March. In like a lion, out like a lamb. In Hong Kong it’s more like a slaughtered lamb. While my fellow Americans welcome spring with warmer temperatures and budding crocuses, many Chinese welcome it with awakening insects and hitting villains. It is Jīngzhé, or hitting season, and for 15 days professional hit women are legal guns for hire.
A villain-hitter is a job title. The villain-hitting ceremony, or da siu yan, dates back to the Tang Dynasty (618-907). At the end of winter, when temperatures began to rise, it was customary to burn incense and mugwort in the home to drive out hatching insects. Through the centuries, the hatching insects has evolved into unpleasant people. Siu yan literally translates to “awakening insects” and this includes “little people,” such as troublemakers, gossips, and people who cause misfortune. Villain-hitters are typically older women (please note: older women are fondly called "grannies" and older men "uncles"). It is their job to clean house. During Jīngzhé the professionals set up shop where evil lies: under bridges and overpasses and at crossroads.
To every villain there is a season. I knew just the insect I needed to hit. The petty man was my sister’s enemy. What he did to her directly affected my family and me. With my mark in mind, I went out in search of a dark place where evil spirits linger.
Under an overpass at the crossroad of Hennesy Road, Canal Road East and West was a gallery of six villain-hitters. Each sat on a low stool next to a ceremonial stage set with an altar of the Goddess of Mercy, stacked fruit, and a vessel of burning joss stick and candles. Also included was a pride of paper tigers. I approached the first granny who met my gaze. She allowed me to take a couple pictures of her set up, then extended a hand for me to sit. Amid the noisy mid-day traffic and the clicking cameras of all those who passed by the strange sight of a blonde westerner sitting before a villain-hitter, the ceremony began.
We never spoke a word to each other throughout the 30-minute ritual. First, the hit woman handed me a wad of colorful paper roughly the size of a tri-folded 8x10. She tapped the top of it with a pen, so I wrote my villain’s full name. She placed it on the ground in front of the goddess. Then she lit a few sticks of incense, put them in my hands, and positioned them palms flat together as if in prayer. I mimicked her hand gestures and slightly bowed my wrists while she chanted. The chanting continued as she took the incense from my hands and stuck it in the vessel. Next the granny placed a folded piece of paper marked with green drawings of humans, animals and geometric designs on a cloth-covered brick and began to hit it with the sole of a black shoe. This tapping echoed under the overpass and sounded louder than it actually was because the other villain-hitters just happened to be performing the same task for their clients.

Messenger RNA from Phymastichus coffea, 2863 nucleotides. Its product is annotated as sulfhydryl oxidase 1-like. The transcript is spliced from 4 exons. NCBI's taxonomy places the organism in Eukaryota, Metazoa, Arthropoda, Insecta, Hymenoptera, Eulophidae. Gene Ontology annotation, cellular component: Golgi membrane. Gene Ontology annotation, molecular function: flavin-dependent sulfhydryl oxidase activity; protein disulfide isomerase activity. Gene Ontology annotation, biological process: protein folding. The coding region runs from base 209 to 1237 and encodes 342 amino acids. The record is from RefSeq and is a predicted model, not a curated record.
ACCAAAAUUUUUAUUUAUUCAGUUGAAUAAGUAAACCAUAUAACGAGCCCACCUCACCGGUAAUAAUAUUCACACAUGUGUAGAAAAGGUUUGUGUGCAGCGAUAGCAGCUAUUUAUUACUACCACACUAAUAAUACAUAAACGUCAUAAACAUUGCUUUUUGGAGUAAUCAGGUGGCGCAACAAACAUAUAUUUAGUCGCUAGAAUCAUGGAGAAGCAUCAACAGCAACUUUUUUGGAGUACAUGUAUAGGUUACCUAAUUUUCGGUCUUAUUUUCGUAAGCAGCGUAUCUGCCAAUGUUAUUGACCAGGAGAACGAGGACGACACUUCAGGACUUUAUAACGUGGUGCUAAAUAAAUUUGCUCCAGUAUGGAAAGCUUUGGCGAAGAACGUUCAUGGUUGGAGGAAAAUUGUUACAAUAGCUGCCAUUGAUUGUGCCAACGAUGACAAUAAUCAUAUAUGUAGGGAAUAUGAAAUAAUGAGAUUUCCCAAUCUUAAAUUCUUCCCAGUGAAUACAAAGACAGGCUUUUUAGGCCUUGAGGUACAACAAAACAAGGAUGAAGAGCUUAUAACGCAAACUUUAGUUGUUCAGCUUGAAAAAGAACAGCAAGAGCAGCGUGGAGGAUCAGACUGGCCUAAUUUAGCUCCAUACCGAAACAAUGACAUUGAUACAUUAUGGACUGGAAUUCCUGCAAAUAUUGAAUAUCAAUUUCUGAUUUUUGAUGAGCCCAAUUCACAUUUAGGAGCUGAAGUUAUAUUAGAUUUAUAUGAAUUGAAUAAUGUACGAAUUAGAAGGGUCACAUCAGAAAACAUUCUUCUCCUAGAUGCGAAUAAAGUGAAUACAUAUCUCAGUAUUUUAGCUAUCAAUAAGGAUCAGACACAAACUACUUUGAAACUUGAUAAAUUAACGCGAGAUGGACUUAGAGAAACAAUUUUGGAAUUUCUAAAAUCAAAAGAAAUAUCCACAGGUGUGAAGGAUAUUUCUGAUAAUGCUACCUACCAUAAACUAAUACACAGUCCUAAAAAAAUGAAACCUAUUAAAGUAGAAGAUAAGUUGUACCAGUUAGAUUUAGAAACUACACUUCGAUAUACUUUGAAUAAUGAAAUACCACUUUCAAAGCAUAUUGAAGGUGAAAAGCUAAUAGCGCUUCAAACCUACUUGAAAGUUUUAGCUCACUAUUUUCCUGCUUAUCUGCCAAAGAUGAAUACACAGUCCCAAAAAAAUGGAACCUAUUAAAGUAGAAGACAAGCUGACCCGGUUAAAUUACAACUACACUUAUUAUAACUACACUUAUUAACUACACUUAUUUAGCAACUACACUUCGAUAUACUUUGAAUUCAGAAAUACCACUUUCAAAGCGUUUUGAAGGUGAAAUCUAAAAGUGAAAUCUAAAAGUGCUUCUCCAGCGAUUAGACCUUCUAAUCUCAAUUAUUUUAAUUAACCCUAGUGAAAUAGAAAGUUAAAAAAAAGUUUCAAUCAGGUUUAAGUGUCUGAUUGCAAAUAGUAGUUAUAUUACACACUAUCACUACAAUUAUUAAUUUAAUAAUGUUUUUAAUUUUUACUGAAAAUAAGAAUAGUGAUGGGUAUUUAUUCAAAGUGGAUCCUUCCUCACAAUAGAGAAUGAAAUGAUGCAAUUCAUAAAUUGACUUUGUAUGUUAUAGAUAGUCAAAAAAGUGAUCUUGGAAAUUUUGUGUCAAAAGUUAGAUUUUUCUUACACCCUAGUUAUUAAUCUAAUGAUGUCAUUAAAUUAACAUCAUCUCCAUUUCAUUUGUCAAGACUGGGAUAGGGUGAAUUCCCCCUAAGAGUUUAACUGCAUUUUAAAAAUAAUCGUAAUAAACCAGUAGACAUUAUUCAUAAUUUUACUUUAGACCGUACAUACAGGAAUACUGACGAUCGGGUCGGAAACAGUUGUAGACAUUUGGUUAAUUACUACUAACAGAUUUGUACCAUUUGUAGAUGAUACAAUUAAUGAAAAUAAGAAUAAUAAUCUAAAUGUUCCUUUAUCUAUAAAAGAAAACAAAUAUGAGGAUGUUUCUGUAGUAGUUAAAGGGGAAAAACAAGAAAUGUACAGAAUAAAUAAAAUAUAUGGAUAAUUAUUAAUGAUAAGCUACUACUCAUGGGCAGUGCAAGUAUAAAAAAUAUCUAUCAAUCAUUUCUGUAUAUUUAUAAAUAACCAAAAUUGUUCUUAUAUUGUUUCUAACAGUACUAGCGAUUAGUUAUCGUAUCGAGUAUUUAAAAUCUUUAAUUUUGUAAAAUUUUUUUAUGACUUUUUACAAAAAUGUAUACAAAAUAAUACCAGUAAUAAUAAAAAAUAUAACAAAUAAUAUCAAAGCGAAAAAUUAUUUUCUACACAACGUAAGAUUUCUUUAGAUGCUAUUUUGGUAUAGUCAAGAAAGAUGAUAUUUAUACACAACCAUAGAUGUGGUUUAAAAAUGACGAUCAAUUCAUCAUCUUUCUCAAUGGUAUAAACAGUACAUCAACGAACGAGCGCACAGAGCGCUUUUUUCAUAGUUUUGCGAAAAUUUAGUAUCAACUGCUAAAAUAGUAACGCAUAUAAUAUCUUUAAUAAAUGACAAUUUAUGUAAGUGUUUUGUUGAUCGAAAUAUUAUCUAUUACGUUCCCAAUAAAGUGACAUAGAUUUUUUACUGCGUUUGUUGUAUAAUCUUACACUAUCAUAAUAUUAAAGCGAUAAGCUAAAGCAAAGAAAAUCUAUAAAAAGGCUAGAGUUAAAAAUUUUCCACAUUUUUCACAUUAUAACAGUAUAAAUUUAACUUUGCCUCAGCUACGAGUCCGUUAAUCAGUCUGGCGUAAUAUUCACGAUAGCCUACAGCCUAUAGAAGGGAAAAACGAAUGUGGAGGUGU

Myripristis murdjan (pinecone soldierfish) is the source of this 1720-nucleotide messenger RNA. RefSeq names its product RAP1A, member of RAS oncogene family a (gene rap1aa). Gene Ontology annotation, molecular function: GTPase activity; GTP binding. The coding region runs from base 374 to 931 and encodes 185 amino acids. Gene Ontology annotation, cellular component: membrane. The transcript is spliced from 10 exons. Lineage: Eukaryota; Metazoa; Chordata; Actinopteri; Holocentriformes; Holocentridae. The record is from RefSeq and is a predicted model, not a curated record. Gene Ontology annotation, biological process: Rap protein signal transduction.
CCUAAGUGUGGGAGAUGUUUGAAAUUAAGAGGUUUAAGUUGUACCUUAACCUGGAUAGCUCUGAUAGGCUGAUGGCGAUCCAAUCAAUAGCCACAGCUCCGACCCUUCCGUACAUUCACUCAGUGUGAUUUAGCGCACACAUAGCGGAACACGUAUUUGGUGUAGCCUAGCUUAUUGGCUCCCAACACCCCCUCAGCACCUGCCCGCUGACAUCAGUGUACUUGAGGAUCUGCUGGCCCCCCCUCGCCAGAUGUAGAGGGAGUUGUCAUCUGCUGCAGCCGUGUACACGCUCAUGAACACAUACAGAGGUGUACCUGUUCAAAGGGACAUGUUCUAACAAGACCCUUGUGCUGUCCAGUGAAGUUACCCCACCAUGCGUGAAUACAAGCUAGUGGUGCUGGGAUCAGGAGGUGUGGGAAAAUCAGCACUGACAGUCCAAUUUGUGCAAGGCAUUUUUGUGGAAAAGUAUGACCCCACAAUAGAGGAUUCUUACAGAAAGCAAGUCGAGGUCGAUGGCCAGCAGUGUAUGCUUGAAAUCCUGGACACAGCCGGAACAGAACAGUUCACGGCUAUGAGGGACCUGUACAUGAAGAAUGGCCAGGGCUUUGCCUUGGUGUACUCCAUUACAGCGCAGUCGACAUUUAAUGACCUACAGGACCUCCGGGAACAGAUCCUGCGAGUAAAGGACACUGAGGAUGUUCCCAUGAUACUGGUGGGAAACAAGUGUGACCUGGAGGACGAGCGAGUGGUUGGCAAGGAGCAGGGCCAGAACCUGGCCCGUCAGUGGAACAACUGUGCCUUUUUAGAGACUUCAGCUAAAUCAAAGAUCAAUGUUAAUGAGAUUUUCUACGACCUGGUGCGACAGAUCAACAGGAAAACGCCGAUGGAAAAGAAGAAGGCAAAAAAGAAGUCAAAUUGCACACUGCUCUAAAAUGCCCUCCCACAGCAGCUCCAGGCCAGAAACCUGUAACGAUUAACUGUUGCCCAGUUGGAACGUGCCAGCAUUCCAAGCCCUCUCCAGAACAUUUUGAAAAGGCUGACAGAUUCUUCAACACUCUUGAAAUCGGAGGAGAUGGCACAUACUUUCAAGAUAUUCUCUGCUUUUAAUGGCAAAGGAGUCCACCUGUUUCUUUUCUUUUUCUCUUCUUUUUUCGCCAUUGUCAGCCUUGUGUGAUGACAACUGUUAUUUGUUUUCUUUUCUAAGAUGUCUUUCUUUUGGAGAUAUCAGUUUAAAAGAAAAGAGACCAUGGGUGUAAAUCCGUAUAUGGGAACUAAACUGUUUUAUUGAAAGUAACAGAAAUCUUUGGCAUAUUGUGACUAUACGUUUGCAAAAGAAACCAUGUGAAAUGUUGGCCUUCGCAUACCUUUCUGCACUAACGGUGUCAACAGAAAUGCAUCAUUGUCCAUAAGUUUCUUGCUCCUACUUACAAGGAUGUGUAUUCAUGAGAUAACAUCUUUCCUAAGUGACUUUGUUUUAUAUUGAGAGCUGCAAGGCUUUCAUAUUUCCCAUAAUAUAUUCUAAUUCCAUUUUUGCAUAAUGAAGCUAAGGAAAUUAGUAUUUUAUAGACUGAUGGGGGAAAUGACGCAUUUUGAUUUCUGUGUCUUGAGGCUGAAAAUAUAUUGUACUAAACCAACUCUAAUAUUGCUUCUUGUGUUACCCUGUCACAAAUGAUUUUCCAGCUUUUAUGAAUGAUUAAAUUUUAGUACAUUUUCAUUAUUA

The beating lasted for over five minutes. When the paper began to fray, she wrapped it in one of the paper tigers, rubbed it on a pig’s ear, and waved it over the altar. She lit it on fire from the flames of candles and flung it into a burn barrel. Then she picked up the colorful paper with my villain’s name, unfolded it and took out the inner pieces of paper. The piece with the name remained in its place. The chanting began again as she lit the sheets of paper to smoke, not fire, and waved it over my body - tapping my shoulders, forearms, and thighs. At this point the scent of incense and paper smoke was so heavy I could no longer smell the exhaust that choked the air in the crossroads camp.
After the burning paper accolade, she chucked it into the burn barrel. The name piece was set alight and added to the fire. A few grains of rice were thrown over the altar and vessel. Finally, she tossed a pair of ear-shaped discs of wood into the air. It took a couple turns of the charms, or jiaobei, before she divined that my petty person had been eliminated. She did this by gesturing with the international sign of all’s good: two thumbs up.
The elimination of the cursed man from my life doesn’t mean death. Chinese folk sorcery is not like voodoo. It isn’t meant to kill or bring bodily harm. The ceremony is performed to bring peace and happiness to the person who hired the professional killer. Villain-killing is another example of yin and yang and the Chinese culture of dualism. A villain-killer is a do-gooder because she is helping her client, not harming the enemy.
I paid my villain-hitter HK$50 and tried to learn more. I pieced together that she got her start from a “dark calling.” At 78, the granny had been giving the boot to baddies for 10 years. Reducing an enemy to something lower than the lowest part of the body – the foot – was something I thought only happened in Arab cultures. Right after my participation in the villain-hitting ceremony I felt like a multicultural sole mate, but it also left me feeling like a heel with no sole.